The ICT ministry is in the final stages of developing a framework that will be used to tax foreign online streaming media services such as YouTube and Netflix.
The over-the-top services (OTT) will soon be required to declare the incomes they derive from Kenyan consumers.
OTT services include all applications that offer voice and messaging services over the internet.
Communications Authority director-general Francis Wangusi said online content providers exploit the Kenyan industry yet neither the government nor artistes benefit from them.
“Many countries especially developed ones have policies that guide these services, and that is where we are heading to as a country,” Mr Wangusi said, adding that traditional distribution channels have been weakened.
He said technologies that will facilitate taxation of OTT services are available.
“I believe the OTTs will declare the correct revenues, considering that the international community is also watching them,” Mr Wangusi said, adding that once a policy is developed the government will have grounds to shut down those that will not adhere to the rules.
The proposed policy framework will also ensure that foreign advertisements that air in the Kenyan market are subjected to taxation.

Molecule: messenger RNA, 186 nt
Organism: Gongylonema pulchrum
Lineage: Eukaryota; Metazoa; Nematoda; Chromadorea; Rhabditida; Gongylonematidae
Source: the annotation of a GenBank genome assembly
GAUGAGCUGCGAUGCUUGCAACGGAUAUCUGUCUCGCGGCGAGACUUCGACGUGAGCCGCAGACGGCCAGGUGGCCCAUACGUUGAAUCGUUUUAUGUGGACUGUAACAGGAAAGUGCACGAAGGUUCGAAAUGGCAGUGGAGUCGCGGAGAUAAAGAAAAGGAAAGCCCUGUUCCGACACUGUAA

Already, the Kenya Revenue Authority (KRA) has announced plans to collaborate with CA to introduce VAT obligations for app developers trading in Kenya. The taxman will target apps with in-app purchases, those that sell goods and services and those that require users to pay before downloading.
Mr Wangusi (above) asked parents and teachers to encourage young people to seek help from the right authorities when faced with online risks and vulnerabilities including cybercrimes as well as sexual exploitation and abuse.
“Several authorities including the Directorate of Criminal Investigations, CA’s cybercrime investigations arm and the department of children services are some of the places parents and the community need to encourage the youth to run to,” Mr Wangusi said while speaking on the sidelines of the National Music Festivals.
He cited online grooming, solicitation, cyber bullying, stalking, sexting, identity theft, cat-fishing and exposure to child abuse content as some of the risks children are exposed to.